Editorial Board

Everyone Can Win the Military Budget Debate

The Republican Party is actually in a position to set some budget priorities for the Pentagon -- if only its members can agree on what they are.

The real thing costs a few billion more.

Photographer: Jason Reed/AFP/Getty Images

Like all debates based on congressional budgets, last week's argument over military spending was mostly symbolic. At the same time, this wasn't just the usual Republican infighting over dismantling Obamacare or paying the government's bills. The party is actually in a position to set some budget priorities for the Pentagon -- if only its members can agree on what they are.

First, to dispense with the (maybe not so?) obvious: Cutting the growth of military spending, a vital objective, can't really be done in short-term budgeting. Multibillion-dollar acquisitions such as the F-35 fighter jet involve countless contracts, often involving foreign militaries, and thousands of U.S. jobs that members of Congress won’t give up without a fight. Changing force structures, closing redundant bases and cutting back on the civilian workforce is a years-long process.

QuickTake Stealth U.S. Austerity

That said, there are a few short-term changes Congress and the Pentagon can make, should they so desire.

First is reforming retirement benefits, which bizarrely give a full pension to those who serve 20 years and nothing for those who leave earlier (the latter group is fully 83 percent of enlistees). A military modernization panel in January suggested cutting pensions for 20-year veterans from half their regular pay to 40 percent, and creating a 401(k)-style program with federal matching funds to benefit those who leave service earlier. The commission also proposed privatizing the Cadillac-level Tricare medical plan serving retirees, reservists and families of active-duty troops. The details may need tweaking, but the principle is sound.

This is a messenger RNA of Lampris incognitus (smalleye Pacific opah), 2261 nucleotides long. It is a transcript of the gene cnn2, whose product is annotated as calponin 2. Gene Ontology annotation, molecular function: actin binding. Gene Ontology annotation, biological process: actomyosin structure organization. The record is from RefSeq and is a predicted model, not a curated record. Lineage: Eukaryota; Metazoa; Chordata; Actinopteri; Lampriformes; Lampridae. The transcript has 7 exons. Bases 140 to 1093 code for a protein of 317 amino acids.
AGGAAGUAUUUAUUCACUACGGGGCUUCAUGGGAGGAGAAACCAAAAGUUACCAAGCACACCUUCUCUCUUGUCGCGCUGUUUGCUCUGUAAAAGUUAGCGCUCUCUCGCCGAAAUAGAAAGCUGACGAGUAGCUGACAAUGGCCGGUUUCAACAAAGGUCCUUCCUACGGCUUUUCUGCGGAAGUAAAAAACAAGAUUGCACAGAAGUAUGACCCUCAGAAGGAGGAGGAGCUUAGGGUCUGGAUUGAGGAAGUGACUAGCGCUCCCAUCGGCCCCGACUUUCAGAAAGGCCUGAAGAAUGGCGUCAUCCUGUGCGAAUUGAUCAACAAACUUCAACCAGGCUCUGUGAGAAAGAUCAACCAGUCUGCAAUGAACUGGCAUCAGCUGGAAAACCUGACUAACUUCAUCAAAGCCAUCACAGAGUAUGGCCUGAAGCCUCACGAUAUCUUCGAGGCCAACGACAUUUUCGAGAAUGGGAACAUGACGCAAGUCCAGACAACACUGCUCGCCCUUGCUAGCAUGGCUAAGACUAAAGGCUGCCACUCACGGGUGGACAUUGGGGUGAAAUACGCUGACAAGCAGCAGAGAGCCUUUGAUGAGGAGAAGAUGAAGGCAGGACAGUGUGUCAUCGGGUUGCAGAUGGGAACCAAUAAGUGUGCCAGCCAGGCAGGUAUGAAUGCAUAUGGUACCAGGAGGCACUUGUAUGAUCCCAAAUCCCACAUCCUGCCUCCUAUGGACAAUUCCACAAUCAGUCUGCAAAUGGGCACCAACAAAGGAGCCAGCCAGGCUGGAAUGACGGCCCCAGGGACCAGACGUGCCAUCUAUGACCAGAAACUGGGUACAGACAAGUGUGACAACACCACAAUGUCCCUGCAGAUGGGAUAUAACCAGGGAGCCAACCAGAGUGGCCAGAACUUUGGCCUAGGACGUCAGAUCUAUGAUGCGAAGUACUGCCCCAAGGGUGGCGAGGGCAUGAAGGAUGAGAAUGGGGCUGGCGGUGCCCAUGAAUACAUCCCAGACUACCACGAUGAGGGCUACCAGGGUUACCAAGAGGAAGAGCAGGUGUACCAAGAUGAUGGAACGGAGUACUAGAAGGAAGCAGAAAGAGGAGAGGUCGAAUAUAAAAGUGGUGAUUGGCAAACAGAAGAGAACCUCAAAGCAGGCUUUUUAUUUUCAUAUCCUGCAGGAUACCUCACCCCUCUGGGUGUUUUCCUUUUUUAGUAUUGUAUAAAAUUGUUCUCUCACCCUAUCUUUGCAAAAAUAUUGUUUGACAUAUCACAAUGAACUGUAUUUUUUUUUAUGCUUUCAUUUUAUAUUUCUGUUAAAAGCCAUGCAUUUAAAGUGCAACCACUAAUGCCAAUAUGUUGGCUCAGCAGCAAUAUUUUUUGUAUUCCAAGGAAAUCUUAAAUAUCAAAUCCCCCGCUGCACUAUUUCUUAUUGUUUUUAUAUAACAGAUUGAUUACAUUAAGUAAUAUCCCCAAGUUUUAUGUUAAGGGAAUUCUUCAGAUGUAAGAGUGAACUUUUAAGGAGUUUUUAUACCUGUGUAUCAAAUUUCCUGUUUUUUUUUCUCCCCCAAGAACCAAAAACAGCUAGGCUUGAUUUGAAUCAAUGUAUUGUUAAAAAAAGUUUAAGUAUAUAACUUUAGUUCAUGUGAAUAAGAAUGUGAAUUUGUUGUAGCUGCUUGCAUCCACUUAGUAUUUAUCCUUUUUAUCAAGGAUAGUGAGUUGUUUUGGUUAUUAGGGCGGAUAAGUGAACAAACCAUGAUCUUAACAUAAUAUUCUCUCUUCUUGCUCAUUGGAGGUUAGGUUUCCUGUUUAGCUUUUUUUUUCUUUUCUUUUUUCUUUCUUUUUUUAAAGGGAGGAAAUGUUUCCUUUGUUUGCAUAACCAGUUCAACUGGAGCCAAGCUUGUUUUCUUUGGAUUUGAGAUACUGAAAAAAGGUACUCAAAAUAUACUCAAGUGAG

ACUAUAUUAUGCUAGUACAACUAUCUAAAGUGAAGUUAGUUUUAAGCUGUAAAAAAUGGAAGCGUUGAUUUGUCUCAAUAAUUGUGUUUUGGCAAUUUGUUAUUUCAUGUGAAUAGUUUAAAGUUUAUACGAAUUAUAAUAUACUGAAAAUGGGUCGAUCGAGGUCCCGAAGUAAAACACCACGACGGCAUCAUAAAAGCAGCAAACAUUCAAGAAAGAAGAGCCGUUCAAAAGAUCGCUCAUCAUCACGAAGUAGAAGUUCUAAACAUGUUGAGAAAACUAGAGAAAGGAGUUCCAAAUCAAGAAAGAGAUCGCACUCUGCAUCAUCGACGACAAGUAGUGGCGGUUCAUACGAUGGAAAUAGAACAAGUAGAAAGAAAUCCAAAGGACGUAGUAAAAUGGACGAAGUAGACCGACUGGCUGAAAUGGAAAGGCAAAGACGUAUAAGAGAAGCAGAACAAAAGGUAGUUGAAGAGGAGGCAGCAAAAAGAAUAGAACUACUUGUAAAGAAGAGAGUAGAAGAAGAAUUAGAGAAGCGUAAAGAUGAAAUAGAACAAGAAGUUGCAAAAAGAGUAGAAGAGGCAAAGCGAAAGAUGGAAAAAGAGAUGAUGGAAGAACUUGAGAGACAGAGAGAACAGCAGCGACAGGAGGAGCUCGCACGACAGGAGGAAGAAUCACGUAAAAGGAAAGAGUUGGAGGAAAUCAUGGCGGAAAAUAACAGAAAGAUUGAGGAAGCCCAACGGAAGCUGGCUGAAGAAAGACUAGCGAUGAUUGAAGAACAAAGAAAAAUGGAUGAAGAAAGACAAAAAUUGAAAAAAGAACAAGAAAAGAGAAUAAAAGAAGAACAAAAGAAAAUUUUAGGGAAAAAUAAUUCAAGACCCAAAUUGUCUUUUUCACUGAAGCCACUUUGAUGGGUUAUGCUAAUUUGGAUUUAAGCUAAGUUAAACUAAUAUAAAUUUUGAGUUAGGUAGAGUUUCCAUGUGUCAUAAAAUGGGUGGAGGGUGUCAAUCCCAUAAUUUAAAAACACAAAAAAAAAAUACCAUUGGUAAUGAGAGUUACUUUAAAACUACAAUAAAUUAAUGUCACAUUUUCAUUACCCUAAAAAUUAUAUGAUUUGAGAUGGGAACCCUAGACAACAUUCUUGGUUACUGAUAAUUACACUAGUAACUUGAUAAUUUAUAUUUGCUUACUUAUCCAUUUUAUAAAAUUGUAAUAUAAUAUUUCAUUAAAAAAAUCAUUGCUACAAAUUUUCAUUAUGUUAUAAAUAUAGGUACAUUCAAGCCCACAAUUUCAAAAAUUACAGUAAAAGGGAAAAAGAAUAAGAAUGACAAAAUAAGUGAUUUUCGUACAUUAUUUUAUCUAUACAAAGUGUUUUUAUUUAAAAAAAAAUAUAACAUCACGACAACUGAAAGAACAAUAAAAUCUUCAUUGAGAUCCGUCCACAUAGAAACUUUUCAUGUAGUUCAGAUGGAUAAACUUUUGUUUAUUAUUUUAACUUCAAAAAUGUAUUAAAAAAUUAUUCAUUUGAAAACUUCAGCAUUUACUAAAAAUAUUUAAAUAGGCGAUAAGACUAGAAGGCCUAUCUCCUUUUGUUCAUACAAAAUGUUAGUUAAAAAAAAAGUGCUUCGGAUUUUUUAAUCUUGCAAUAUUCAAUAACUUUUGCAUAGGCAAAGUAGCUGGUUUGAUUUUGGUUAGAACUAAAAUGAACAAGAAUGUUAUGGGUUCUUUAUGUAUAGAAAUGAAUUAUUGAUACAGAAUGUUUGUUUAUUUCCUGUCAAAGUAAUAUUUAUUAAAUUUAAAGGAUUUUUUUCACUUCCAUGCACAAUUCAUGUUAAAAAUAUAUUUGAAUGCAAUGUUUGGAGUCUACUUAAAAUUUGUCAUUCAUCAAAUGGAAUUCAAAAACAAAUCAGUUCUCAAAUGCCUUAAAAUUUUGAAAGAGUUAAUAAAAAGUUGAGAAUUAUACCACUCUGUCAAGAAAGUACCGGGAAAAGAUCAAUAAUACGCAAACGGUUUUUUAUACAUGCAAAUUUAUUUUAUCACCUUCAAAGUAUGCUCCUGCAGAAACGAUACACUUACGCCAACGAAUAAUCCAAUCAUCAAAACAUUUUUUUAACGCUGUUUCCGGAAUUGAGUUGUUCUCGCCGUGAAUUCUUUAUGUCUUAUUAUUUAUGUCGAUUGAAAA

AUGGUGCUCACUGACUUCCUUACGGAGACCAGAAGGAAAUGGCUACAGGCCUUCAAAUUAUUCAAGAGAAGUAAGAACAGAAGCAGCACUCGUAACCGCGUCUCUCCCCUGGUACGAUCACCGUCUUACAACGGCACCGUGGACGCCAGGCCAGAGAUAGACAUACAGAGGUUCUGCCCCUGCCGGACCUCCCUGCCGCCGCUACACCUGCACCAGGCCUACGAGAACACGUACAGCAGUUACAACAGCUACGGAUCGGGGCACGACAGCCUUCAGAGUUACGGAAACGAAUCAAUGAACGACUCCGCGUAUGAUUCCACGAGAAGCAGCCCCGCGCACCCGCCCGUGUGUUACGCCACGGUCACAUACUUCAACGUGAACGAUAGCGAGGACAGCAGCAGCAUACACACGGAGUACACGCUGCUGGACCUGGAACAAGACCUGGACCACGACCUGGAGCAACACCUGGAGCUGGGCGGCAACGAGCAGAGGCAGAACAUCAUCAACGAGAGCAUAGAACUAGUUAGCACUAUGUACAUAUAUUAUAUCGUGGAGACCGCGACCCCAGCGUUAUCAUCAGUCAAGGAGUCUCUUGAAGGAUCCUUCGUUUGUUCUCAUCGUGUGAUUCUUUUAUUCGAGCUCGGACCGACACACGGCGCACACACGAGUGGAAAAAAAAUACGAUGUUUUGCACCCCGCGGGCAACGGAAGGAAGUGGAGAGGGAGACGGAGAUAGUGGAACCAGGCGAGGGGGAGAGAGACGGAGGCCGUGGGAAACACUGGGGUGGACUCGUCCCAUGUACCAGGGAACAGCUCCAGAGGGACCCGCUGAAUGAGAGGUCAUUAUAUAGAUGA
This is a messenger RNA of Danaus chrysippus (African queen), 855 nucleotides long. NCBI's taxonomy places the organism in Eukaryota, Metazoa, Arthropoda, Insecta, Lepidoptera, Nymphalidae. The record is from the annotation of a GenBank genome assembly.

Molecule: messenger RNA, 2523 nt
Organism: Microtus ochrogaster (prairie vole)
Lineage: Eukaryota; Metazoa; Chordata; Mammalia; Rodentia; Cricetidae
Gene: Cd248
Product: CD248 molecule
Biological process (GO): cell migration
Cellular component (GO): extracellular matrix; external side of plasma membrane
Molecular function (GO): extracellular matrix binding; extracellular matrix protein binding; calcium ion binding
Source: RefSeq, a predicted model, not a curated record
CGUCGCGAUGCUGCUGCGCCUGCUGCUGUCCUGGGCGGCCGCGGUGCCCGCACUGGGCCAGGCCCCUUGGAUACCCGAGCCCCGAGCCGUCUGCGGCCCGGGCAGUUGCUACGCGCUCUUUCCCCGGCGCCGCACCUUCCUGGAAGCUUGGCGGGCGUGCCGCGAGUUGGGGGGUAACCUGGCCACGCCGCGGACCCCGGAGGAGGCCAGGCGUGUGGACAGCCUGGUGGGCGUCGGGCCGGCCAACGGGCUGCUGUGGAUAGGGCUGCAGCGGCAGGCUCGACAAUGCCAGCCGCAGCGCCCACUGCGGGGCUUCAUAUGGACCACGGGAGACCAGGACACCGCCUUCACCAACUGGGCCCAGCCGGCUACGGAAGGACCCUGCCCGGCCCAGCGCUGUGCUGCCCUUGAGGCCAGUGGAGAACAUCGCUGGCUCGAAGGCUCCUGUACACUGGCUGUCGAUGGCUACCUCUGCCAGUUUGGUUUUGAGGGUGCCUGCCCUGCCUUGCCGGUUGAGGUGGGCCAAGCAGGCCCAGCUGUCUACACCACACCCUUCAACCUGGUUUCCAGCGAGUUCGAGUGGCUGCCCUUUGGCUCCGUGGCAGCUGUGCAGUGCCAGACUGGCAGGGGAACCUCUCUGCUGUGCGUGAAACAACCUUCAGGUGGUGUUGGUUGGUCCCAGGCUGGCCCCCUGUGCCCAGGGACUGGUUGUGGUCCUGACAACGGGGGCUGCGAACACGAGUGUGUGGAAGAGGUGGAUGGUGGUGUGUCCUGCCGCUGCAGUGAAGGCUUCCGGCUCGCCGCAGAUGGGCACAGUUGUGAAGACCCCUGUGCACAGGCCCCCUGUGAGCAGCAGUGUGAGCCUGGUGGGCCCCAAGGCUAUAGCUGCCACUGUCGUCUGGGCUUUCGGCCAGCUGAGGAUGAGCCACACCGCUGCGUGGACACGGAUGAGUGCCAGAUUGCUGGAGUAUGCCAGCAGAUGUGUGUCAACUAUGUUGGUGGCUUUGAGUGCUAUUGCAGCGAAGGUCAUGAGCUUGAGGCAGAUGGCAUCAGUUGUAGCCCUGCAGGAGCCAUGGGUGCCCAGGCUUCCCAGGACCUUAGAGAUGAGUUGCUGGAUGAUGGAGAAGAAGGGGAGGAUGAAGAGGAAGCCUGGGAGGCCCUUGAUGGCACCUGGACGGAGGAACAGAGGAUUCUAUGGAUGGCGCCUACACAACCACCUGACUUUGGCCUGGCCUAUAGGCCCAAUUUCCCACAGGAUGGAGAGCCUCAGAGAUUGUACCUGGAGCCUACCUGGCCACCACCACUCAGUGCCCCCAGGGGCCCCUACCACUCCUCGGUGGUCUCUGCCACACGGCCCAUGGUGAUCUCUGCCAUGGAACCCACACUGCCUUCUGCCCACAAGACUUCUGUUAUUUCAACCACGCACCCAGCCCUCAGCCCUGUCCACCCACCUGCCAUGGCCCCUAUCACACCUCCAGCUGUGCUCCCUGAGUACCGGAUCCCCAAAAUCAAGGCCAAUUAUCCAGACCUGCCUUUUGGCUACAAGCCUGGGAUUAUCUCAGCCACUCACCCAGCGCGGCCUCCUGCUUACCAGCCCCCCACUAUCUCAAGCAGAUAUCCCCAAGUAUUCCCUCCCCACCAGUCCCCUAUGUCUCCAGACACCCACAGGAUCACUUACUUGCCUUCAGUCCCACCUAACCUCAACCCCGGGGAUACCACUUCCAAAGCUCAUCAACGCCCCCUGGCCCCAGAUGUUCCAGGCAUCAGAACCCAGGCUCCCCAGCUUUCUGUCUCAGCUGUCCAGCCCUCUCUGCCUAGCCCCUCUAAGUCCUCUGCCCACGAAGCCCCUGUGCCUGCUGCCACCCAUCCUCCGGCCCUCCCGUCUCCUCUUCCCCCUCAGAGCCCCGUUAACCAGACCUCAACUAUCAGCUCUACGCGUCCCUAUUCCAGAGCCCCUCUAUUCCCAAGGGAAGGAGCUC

One place not to look for short-term cuts is the overseas contingency fund, which Republicans would fund at $96 billion, an increase of $30 billion. One might question why the Pentagon, whose purpose is to fight wars, needs extra money to pay for fighting wars. The answer is simple: The core budget is intended as a peacetime figure for upkeep and improvement. If the generals had to build in funding each year just in case Congress or the White House sent troops into combat, the annual budget bloat would be even worse. Especially with the rise of Islamic State and a possible delayed withdrawal of troops from Afghanistan, adding to the contingency fund next year makes sense.

In the longer term, the Pentagon needs to address two questions: What are the most likely threats the U.S. will face in coming decades, and what is the smartest way to counter them? When asked by Congress earlier this month to list their most pressing concerns, Secretary of Defense Ashton Carter and Joint Chiefs of Staff Chairman General Martin Dempsey singled out non-state actors such as Islamic State and Boko Haram, as well as protecting European security against Russian aggression. Take these gentlemen at their words, but those answers are a budget nightmare, implying increased spending for both Cold War-era programs in Europe and nimble, modern operations elsewhere. The U.S. cannot afford both.

It's up to Congress and the White House, based on advice from the military chiefs, to break the tie. In Europe, the right response is clearly not a Reagan-style buildup but a strategic placement of troops, a stronger commitment and more spending from NATO allies, and continued reliance on diplomacy. The top priority should be non-state threats and countering the influence of China in Asia. This means more money for items such as unmanned aircraft, special forces, cyberdefenses and the shallow-water Navy, programs that tend to provide more bang for the buck than other spending.

Big savings can come from changes to major acquisitions and reducing personnel costs. At $27 billion each in construction and upkeep, for example, how many lumbering Ford-class aircraft carriers does the U.S. really need? And the Pentagon's civilian workforce, which has grown at four times the annual rate of the uniformed payroll, can come down by as much as 100,000. Meanwhile, another round of base closings and downsizing could save up to $17 billion over a decade.

These aren't easy choices. But they can be made in ways that won't leave Americans less safe. Future editorials will have more to say as the military-budget debate moves through Congress.

    --Editors: Tobin Harshaw, Michael Newman.

    To contact the senior editor responsible for Bloomberg View’s editorials: David Shipley at davidshipley@bloomberg.net .

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